Feb 27 '20

6:00pm – 9:00pm

Presented by The Decolonizing Lens, join us for “Art and Activism” an important evening of discussion, learning and understanding. Canada is in the midst of a land title crisis that has left many Canadians questioning things like Indigenous title, land protection, the Indian Act, and Indigenous sovereignty. This event is to create a safe space for a shared dialogue and understanding about the Wet’suwet’en Nation’s efforts to protect their traditional territory and to discuss the role art can play in political activism.

Join us for a screening of a short film titled Invasion, followed by an important panel discussion.

About Invasion:

In this era of “reconciliation”, Indigenous land is still being taken at gunpoint. INVASION is a new film about the Unist’ot’en Camp, Gidimt’en checkpoint and the larger Wet’suwet’en Nation standing up to the Canadian government and corporations who continue colonial violence against Indigenous people.

The Unist’ot’en Camp has been a beacon of resistance for nearly 10 years. It is a healing space for Indigenous people and settlers alike, and an active example of decolonization. The violence, environmental destruction, and disregard for human rights following TC Energy (formerly TransCanada) / Coastal GasLink’s interim injunction has been devastating to bear, but this fight is far from over.


Panelists:

Dr. Bruce McIvor, lawyer and historian, is principal of First Peoples Law Corporation, a law firm dedicated to defending and advancing Aboriginal title, Aboriginal rights and Treaty rights.

Bruce represents First Nations across Canada. His recent and ongoing work includes an Aboriginal title claim by the Mi’kmaq for 1/3rd of the New Brunswick, representing Anishinaabe First Nations of northern Ontario in the proposed Ring Fire development and in negotiations for joint-decision making with the provincial government, representing a Nakoda First Nation in Saskatchewan to resolve century-old treaty violations and representing the Syilx Okanagan Nation of British Columbia in litigation involving the Canada-U.S. international boundary.

Bruce is recognized nationally and internationally as a leading practitioner of Aboriginal law in Canada (Canadian Legal Expert Directory and Chambers Canada). Bruce is a proud Métis from the Red River in Manitoba. He holds a law degree, a Ph.D. in Aboriginal and environmental history, and is a Fulbright Scholar.

Hetxw’ms Gyetxw, also known as Brett D. Huson (he/him/his), is from the Gitxsan Nation of the Northwest Interior of British Columbia, Canada. Growing up in this strong matrilineal society, Brett developed a passion for the culture, land, and politics of his people, and a desire to share their knowledge and stories. Brett has worked in the film and television industry and is a volunteer board member for such organizations as Ka Ni Kanichihk and sakihiwe Festival. The Sockeye Mother (winner of The Science Writers and Communicators Book Award) was Brett’s first book for children. This book is part of the series called Mothers of Xsan.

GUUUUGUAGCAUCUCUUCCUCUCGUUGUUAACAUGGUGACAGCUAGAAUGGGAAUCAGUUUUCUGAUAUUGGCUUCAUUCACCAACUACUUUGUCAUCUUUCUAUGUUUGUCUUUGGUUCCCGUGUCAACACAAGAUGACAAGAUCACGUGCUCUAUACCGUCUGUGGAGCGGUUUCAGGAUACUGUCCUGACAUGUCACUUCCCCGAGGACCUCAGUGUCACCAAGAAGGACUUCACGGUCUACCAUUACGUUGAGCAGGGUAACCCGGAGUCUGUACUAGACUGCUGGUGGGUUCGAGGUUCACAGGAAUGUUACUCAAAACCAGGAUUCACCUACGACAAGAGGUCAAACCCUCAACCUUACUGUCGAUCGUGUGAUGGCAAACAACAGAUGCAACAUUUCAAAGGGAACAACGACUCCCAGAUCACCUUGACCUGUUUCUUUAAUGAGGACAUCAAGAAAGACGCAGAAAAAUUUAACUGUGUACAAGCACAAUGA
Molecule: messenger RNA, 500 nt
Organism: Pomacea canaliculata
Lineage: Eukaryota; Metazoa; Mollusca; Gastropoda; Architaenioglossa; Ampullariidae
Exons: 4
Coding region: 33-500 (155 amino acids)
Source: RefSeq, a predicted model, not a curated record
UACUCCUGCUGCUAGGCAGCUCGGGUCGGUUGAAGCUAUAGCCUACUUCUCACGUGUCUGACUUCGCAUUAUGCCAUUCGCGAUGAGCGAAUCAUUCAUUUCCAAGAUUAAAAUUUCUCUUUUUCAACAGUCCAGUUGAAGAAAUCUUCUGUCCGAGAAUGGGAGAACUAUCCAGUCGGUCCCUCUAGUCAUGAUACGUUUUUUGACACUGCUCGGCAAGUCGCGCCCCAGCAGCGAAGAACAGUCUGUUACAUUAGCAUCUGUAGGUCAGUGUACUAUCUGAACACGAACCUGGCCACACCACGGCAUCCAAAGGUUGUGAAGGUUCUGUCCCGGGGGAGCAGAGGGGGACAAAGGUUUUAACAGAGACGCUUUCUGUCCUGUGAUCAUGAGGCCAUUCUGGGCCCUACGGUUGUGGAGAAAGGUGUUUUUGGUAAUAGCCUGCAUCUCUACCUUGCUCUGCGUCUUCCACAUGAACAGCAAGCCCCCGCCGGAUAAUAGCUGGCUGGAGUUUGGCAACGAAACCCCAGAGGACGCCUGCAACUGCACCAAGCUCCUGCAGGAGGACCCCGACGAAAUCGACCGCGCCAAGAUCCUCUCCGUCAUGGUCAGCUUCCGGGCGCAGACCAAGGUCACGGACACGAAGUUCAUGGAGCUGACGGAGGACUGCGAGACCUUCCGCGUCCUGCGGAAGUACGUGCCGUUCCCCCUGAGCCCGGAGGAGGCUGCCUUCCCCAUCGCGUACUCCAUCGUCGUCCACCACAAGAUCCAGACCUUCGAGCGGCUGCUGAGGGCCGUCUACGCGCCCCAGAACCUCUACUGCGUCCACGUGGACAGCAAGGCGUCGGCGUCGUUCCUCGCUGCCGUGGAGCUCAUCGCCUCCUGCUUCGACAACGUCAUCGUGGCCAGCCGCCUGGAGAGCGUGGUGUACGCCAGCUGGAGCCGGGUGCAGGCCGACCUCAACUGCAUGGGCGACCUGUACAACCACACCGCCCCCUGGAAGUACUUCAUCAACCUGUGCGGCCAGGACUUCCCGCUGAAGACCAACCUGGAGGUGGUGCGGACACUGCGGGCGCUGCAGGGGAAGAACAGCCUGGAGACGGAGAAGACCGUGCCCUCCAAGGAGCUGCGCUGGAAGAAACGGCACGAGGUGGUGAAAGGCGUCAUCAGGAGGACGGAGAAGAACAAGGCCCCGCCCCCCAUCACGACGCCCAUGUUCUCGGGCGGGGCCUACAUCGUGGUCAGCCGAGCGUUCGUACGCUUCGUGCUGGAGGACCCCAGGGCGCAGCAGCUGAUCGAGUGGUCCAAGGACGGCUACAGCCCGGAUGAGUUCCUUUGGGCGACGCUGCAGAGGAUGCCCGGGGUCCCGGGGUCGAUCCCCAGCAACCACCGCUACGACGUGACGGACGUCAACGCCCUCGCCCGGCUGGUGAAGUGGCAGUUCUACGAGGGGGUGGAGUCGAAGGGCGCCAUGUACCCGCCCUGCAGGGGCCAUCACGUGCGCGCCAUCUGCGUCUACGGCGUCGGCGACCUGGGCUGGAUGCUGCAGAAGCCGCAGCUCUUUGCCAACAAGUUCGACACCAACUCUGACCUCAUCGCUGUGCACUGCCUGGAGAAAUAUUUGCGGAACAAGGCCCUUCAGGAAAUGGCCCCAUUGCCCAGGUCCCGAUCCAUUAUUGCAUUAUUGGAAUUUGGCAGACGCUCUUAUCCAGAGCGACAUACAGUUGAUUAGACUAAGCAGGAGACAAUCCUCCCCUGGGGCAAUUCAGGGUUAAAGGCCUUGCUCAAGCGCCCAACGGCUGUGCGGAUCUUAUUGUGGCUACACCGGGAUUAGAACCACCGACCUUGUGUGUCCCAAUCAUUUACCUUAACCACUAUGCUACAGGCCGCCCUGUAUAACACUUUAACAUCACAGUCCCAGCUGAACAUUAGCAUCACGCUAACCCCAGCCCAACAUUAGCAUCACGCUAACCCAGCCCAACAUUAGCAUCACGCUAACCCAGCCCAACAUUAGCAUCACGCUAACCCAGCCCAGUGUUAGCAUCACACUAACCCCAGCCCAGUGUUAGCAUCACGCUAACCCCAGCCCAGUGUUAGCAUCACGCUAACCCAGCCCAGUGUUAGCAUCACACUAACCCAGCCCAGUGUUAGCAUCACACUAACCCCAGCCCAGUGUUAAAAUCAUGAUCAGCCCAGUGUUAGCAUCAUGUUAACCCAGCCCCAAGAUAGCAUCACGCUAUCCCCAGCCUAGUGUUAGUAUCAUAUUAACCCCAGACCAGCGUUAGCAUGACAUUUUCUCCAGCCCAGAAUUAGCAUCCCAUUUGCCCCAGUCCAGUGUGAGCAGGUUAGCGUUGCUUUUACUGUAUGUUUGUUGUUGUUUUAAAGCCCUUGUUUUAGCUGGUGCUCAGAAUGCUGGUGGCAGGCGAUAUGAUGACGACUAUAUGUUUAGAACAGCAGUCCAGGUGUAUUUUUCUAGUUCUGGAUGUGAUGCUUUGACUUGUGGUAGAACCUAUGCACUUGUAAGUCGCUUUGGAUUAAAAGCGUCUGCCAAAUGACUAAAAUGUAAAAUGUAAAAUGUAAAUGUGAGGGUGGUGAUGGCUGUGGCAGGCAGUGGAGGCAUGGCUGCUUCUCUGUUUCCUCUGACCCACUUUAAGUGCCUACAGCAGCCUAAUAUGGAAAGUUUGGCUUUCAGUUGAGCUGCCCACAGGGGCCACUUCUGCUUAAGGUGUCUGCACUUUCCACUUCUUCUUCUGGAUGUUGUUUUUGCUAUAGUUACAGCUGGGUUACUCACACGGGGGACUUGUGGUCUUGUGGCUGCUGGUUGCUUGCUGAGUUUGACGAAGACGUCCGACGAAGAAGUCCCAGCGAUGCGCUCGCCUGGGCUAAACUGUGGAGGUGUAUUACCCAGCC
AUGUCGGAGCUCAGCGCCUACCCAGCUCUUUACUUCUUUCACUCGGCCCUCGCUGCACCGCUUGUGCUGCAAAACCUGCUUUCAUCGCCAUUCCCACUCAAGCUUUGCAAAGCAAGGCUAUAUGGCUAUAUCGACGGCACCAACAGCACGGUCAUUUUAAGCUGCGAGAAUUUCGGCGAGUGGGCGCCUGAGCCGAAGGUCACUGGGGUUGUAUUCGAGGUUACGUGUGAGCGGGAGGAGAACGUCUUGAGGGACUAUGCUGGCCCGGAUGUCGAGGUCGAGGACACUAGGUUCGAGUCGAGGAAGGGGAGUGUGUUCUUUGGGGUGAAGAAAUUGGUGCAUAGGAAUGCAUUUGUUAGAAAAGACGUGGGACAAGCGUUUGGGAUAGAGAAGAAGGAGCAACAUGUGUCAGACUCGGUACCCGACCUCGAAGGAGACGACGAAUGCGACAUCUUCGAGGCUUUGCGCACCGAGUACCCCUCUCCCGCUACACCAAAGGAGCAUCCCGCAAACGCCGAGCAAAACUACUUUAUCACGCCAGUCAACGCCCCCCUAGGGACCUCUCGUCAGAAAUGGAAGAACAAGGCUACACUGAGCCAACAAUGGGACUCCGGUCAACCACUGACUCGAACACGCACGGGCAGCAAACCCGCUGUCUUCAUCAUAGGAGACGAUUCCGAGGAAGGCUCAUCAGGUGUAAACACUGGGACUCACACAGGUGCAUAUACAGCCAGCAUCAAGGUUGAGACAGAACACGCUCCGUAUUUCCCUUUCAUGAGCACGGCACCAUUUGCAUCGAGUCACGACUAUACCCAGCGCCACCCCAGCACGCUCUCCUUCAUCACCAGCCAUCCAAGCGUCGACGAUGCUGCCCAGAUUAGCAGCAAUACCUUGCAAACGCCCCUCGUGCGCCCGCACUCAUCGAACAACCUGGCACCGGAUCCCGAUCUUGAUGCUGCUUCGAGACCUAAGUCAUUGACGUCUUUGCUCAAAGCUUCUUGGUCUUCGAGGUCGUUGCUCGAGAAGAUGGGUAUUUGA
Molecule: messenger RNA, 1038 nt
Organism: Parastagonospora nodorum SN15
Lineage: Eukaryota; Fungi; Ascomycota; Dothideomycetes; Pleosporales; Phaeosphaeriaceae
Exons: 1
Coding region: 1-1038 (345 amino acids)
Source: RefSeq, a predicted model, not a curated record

As Brett continues creating new art and working on new books, he is also working with the Prairie Climate Centre at the University of Winnipeg. With the support of his wife Jeri and their children Warren and Ruby, Brett endeavours to continue sharing stories with his writing, artwork and photography.

Victoria Redsun is a multimedia creator, acclaimed poet, community outreach worker and a multifaceted artist. She is  Denesuline and Woodlands Cree from Brochet, Manitoba. She has spent significant time at the Unist’ot’en Camp on Wet’suwet’en Territory and was arrested on February 10, 2020. “Communicating through art the social and political hurt that has been felt by generations of Indigenous people is important,” said Redsun, “because art is an accessible form of creativity.”

Dr. Niigaanwewidam James Sinclair is Anishinaabe (St. Peter’s/Little Peguis) and an Assistant Professor at the University of Manitoba. He is a regular commentator on Indigenous issues on CTV, CBC, and APTN, and his written work can be found in the pages of The Exile Edition of Native Canadian Fiction and Drama, newspapers like The Guardian, and online with CBC Books: Canada Writes. Niigaan is the co-editor of the award-winning Manitowapow: Aboriginal Writings from the Land of Water (Highwater Press, 2011) and Centering Anishinaabeg Studies: Understanding the World Through Stories (Michigan State University Press, 2013), and is the Editorial Director of The Debwe Series with Portage and Main Press.

Niigaan obtained his BA in Education at the University of Winnipeg, before completing an MA in Native- and African-American literatures at the University of Oklahoma, and a PhD in First Nations and American Literatures from the University of British Columbia.

 

Watch 150 Years of Resistance here:

Invasion, Michael Toledano, Sam Vinal, and Franklin Lopez – filmmakers, provided by Unist’ot’en Camp

Organized By

Community Partners

Closed due to COVID-19
The Winnipeg Art Gallery is located on Treaty No. 1 the original lands of Anishinaabe, Ininiwak, Anishininiwak, Dakota, and Dene peoples, and on the homeland of the Métis Nation.
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